These findings suggested that positive symptoms such as formal thought disorder and auditory misperception, combined with cognitive impairments reflecting difficulties in deploying an adaptive control toward perceived threats, could escalate the likelihood of aggression in schizophrenia.
Active galactic nuclei (AGN) are believed to regulate star formation inside their host galaxies through “AGN feedback”. We summarise our on-going study of luminous AGN (z ∼ 0.2−3; LAGN,bol 1043 erg s−1), which is designed to search for observational signatures of feedback by combining observed star-formation rate (SFR) measurements from statistical samples with cosmological model predictions. Using the EAGLE hydrodynamical cosmological simulations, in combination with our Herschel + ALMA surveys, we show that – even in the presence of AGN feedback – we do not necessarily expect to see any relationships between average galaxy-wide SFRs and instantaneous AGN luminosities. We caution that the correlation with stellar mass for both SFR and AGN luminosity can contribute to apparent observed positive trends between these two quantities. On the other hand, the EAGLE simulations, which reproduce our observations, predict that a signature of AGN feedback can be seen in the wide specific SFR distributions of all massive galaxies (not just AGN hosts). Overall, whilst we can not rule out that AGN have an immediate small-scale impact on in-situ star-formation, all of our results are consistent with a feedback model where galaxy-wide in-situ star formation is not rapidly suppressed by AGN, but where the feedback likely acts over a longer timescale than a single AGN episode.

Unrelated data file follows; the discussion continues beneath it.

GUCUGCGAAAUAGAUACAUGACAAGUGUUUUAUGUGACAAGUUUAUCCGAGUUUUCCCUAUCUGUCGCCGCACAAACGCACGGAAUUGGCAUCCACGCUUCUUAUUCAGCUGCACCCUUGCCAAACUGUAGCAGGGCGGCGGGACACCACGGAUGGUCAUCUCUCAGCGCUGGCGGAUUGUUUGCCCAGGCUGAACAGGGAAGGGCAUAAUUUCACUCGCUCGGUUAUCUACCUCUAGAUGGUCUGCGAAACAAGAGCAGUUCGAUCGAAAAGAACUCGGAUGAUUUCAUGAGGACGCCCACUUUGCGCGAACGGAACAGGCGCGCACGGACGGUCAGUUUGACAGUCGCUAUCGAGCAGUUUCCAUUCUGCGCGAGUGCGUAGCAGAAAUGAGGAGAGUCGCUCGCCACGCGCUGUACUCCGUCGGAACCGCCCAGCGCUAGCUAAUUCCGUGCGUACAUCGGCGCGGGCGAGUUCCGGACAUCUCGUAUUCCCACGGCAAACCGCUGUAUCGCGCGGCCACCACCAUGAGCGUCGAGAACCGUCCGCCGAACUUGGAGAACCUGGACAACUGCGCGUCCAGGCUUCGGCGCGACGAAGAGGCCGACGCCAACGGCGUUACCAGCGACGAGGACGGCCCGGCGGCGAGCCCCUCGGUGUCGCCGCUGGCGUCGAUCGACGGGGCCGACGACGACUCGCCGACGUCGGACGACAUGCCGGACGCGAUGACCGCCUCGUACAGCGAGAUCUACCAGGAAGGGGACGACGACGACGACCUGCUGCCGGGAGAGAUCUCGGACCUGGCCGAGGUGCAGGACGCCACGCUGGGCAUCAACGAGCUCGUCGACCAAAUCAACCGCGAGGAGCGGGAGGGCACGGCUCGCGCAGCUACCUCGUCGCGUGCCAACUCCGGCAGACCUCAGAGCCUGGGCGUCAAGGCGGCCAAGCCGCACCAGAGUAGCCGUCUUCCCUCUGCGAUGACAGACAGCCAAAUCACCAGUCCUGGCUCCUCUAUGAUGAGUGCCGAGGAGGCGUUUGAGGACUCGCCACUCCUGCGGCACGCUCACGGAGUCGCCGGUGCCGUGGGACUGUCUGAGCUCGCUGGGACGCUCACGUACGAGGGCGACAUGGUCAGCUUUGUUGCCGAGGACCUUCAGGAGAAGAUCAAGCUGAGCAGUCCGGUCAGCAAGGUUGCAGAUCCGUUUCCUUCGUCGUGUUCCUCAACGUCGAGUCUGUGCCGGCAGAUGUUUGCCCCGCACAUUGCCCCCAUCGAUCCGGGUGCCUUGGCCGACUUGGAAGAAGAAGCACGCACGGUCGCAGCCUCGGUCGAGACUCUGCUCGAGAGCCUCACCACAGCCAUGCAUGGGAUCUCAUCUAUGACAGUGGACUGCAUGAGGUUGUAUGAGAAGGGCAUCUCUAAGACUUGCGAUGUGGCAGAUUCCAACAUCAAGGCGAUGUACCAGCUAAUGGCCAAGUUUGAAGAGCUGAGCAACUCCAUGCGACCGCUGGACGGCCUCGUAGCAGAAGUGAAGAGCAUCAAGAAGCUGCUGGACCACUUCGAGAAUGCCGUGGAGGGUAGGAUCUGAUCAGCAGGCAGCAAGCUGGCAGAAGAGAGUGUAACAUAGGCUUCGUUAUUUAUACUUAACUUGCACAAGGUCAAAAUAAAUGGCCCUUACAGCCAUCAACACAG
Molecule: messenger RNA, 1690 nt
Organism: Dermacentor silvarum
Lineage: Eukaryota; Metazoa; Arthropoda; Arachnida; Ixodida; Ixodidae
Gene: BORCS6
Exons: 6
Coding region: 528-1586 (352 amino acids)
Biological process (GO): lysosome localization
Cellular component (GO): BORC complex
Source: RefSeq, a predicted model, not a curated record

During ECT, a variety of observations and physiological measures should be made simultaneously, including: visible evidence of the length and quality of a motor response, blood pressure, heart rate, oxygen saturation, ECG monitoring, EEG activity and sometimes electromyogram (EMG) measurement. Here we will discuss typical observations regarding the ictal motor activity, cardiovascular response and EEG recordings.
We observed the 2 July 2019 total solar eclipse with a variety of imaging and spectroscopic instruments recording from three sites in mainland Chile: on the centerline at La Higuera, from the Cerro Tololo Inter-American Observatory, and from La Serena, as well as from a chartered flight at peak totality in mid-Pacific. Our spectroscopy monitored Fe X, Fe XIV, and Ar X lines, and we imaged Ar X with a Lyot filter adjusted from its original H-alpha bandpass. Our composite imaging has been compared with predictions based on modeling using magnetic-field measurements from the pre-eclipse month. Our time-differenced sites will be used to measure motions in coronal streamers.